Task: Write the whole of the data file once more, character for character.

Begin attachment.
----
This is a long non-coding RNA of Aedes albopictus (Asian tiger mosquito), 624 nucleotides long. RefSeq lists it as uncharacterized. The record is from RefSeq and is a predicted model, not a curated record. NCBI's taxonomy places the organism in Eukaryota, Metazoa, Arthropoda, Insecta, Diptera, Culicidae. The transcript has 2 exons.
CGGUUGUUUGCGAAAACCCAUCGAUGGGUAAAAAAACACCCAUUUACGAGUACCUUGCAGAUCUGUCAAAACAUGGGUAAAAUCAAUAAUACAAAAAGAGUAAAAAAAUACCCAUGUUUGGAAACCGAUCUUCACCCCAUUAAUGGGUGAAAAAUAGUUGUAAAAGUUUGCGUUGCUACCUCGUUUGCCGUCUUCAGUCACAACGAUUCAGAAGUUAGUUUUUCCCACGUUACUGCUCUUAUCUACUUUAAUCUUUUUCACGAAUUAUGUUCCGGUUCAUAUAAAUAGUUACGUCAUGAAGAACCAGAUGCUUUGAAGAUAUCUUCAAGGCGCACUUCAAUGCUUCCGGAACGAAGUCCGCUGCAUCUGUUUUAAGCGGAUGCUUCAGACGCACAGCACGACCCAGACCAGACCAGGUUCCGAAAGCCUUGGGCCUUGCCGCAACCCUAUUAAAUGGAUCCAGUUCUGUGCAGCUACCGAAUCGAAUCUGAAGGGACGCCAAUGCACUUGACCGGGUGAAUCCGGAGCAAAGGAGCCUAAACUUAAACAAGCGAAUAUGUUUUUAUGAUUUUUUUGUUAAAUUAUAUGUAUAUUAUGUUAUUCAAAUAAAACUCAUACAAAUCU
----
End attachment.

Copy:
This is a long non-coding RNA of Aedes albopictus (Asian tiger mosquito), 624 nucleotides long. RefSeq lists it as uncharacterized. The record is from RefSeq and is a predicted model, not a curated record. NCBI's taxonomy places the organism in Eukaryota, Metazoa, Arthropoda, Insecta, Diptera, Culicidae. The transcript has 2 exons.
CGGUUGUUUGCGAAAACCCAUCGAUGGGUAAAAAAACACCCAUUUACGAGUACCUUGCAGAUCUGUCAAAACAUGGGUAAAAUCAAUAAUACAAAAAGAGUAAAAAAAUACCCAUGUUUGGAAACCGAUCUUCACCCCAUUAAUGGGUGAAAAAUAGUUGUAAAAGUUUGCGUUGCUACCUCGUUUGCCGUCUUCAGUCACAACGAUUCAGAAGUUAGUUUUUCCCACGUUACUGCUCUUAUCUACUUUAAUCUUUUUCACGAAUUAUGUUCCGGUUCAUAUAAAUAGUUACGUCAUGAAGAACCAGAUGCUUUGAAGAUAUCUUCAAGGCGCACUUCAAUGCUUCCGGAACGAAGUCCGCUGCAUCUGUUUUAAGCGGAUGCUUCAGACGCACAGCACGACCCAGACCAGACCAGGUUCCGAAAGCCUUGGGCCUUGCCGCAACCCUAUUAAAUGGAUCCAGUUCUGUGCAGCUACCGAAUCGAAUCUGAAGGGACGCCAAUGCACUUGACCGGGUGAAUCCGGAGCAAAGGAGCCUAAACUUAAACAAGCGAAUAUGUUUUUAUGAUUUUUUUGUUAAAUUAUAUGUAUAUUAUGUUAUUCAAAUAAAACUCAUACAAAUCU